Is this the right way to improve cycling and walking infrastructure? Surely asking those that use the roads and footpaths daily is a good approach.
🚶🏾♀️🚴🏽♀️ Today, we’re excited to launch a new interactive website where we’re asking you to nominate locations for walking and cycling improvements.
— Brent Council (@Brent_Council) July 1, 2020
Apidura, among the biggest names in bikepacking, has launched a new City Messenger bag that's available in two different sizes.
The City Messenger comes in both 11-inch and 13-inch versions, each featuring an internal sleeve for your laptop or tablet.
"The City Series is not a ruggedised, adventure-inspired range, but rather takes influence from the ‘less is more’ design philosophies [we have] developed through creating lightweight, technical bikepacking gear," says Apidura.
"The result is a technical, lightweight and waterproof carry solution for seamlessly transitioning through the city. Both messengers have a stable, anatomical fit on and off the bike, with an easy one-handed zipless opening and are fully waterproof."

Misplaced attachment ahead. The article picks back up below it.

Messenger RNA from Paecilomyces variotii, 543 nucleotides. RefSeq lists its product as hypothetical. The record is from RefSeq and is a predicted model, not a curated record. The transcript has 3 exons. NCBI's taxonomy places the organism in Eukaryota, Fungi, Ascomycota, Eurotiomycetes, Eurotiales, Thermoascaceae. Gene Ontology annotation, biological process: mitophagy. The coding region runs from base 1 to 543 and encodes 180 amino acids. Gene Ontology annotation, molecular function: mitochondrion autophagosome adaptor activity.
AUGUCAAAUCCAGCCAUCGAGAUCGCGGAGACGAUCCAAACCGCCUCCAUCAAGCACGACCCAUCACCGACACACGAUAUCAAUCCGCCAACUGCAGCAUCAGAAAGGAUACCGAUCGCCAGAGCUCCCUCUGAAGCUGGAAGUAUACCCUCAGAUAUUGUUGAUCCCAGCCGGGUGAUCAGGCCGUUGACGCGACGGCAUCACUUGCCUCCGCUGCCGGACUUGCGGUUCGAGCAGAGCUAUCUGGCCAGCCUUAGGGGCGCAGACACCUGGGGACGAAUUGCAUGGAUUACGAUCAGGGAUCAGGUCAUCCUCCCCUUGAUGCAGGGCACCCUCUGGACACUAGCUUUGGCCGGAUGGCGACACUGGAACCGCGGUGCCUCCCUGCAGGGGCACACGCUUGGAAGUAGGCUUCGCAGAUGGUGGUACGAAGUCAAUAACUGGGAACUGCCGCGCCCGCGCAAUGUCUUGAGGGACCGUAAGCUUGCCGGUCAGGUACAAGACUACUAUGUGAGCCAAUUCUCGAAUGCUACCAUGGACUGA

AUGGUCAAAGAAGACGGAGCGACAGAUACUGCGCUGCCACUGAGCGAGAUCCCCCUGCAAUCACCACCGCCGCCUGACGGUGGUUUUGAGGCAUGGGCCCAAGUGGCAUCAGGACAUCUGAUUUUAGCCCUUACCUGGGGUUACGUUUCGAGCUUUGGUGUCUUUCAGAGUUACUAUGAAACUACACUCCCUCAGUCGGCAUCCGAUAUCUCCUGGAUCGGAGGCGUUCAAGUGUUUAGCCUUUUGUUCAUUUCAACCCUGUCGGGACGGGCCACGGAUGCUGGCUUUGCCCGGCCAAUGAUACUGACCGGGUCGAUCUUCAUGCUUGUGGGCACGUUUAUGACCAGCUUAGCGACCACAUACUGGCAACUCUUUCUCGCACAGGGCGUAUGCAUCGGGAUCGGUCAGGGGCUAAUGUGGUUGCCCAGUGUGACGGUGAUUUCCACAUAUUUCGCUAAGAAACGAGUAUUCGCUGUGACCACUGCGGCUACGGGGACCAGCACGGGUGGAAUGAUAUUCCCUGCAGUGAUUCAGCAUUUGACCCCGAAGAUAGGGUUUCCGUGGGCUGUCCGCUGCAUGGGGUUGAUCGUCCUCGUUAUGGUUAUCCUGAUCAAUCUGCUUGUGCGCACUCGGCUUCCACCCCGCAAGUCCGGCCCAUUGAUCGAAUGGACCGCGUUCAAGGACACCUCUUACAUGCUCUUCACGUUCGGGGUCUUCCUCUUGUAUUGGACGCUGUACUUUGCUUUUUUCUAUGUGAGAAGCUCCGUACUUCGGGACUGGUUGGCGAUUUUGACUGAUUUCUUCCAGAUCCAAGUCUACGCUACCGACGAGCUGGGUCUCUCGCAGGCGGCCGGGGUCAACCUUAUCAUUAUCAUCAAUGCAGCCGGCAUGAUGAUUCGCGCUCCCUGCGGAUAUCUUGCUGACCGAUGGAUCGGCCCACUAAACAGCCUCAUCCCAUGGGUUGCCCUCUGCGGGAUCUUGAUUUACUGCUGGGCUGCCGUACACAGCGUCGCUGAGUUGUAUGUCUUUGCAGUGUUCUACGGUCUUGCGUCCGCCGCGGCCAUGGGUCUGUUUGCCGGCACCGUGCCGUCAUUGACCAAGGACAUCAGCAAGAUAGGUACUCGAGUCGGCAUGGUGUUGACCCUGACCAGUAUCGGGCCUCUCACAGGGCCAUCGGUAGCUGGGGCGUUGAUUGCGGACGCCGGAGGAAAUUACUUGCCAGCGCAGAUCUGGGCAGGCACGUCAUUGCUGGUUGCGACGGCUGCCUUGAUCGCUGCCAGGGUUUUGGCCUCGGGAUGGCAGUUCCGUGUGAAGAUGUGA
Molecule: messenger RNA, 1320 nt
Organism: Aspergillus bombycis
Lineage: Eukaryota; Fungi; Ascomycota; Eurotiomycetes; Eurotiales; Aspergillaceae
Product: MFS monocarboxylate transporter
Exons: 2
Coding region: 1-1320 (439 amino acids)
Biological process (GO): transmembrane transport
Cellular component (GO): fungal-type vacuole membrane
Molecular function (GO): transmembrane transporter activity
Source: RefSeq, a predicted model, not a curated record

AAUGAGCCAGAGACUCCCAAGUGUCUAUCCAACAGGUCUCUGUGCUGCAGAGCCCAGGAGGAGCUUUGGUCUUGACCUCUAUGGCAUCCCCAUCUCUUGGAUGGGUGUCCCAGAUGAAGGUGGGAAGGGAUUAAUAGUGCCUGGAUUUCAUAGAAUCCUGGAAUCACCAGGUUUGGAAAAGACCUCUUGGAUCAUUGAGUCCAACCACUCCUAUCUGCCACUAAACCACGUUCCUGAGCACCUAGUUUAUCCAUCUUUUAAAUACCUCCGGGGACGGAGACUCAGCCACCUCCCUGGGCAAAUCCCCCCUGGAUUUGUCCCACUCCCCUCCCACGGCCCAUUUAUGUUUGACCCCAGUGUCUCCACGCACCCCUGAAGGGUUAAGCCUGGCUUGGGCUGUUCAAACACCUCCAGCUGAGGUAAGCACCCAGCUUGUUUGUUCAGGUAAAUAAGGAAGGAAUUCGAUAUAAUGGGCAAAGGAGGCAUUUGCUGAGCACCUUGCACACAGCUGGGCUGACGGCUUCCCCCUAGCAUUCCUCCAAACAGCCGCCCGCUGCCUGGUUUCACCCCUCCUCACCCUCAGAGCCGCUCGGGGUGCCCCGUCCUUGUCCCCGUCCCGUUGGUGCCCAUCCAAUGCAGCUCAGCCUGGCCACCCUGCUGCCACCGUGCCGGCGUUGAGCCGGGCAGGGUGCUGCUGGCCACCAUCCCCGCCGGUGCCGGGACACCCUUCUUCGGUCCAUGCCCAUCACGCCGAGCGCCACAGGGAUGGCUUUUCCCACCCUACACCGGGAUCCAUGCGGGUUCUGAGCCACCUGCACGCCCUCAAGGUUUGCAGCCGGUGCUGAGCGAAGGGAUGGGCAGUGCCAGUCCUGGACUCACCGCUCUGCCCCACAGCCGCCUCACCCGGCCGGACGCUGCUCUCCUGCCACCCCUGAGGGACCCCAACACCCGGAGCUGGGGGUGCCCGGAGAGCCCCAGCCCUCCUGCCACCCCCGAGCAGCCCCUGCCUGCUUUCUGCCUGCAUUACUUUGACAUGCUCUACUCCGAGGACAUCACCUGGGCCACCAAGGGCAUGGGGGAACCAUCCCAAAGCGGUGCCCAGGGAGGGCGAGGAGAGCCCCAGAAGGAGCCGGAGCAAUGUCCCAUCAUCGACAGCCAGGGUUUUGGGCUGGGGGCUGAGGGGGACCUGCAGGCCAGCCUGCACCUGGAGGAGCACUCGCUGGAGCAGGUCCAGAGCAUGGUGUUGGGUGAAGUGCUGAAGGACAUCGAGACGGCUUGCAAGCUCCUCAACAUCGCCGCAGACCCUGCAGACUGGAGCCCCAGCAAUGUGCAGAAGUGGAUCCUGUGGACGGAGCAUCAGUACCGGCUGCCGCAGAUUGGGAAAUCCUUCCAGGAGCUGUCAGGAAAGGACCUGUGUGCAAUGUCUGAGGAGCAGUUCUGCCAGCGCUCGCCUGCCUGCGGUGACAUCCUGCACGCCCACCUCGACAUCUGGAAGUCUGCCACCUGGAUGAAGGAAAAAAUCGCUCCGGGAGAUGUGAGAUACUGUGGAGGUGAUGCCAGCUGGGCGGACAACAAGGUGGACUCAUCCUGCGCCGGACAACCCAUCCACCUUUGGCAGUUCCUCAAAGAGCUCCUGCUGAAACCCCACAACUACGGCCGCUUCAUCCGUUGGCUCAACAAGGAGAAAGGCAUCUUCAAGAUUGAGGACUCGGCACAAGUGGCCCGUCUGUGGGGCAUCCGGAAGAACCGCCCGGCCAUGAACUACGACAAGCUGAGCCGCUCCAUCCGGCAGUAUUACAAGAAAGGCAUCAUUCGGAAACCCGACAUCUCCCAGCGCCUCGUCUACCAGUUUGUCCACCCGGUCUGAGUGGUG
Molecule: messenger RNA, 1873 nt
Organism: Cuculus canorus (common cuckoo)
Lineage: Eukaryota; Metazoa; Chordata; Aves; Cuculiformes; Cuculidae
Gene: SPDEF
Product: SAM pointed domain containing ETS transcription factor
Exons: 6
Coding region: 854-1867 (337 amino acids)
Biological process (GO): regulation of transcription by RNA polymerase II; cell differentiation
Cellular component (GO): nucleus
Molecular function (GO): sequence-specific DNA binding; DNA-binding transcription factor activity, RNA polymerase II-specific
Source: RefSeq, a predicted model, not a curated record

The bags are made from Apidura's bespoke CT420 Marle fabric – a nylon core with TPU (thermoplastic polyurethane) coatings – with welded seams. They're low profile and feature reflective elements that are intended to be subtle when you're off the bike, but eye-catching when caught by headlights. You also get slits for attaching a rear LED.
To us, extending the range from bikepacking bags to city bags seems like a natural progression for the London-based brand.
"[We have] a great deal of experience creating technically advanced, lightweight gear for riders in some of the planet’s most challenging environments and events," says Apidura. "Now, [we have] applied this precision-crafted, adventure-proven expertise to the urban environment to offer a simple, durable and versatile carry solution for city life."
The 11-inch City Messenger is £129 while the 13-inch version is £144.
They're available now over at www.apidura.com
"If you're under forty you're more likely to die by getting on a bicycle than you are by having Covid, so we need to get the balance of risks right."
Former Tory Party leader Sir Iain Duncan Smith made the comment when reflecting on Boris Johnson's statement regarding the UK not returning to a national lockdown should Covid-19 cases rise again in the UK.
Speaking on Andrew Castle's LBC radio show, the former Tory leader claimed that there has been a "general hysteria" surrounding the Covid-19 mortality figures. As of today, 45,318 Covid-19 deaths have been recorded, though the government is disputing this figure.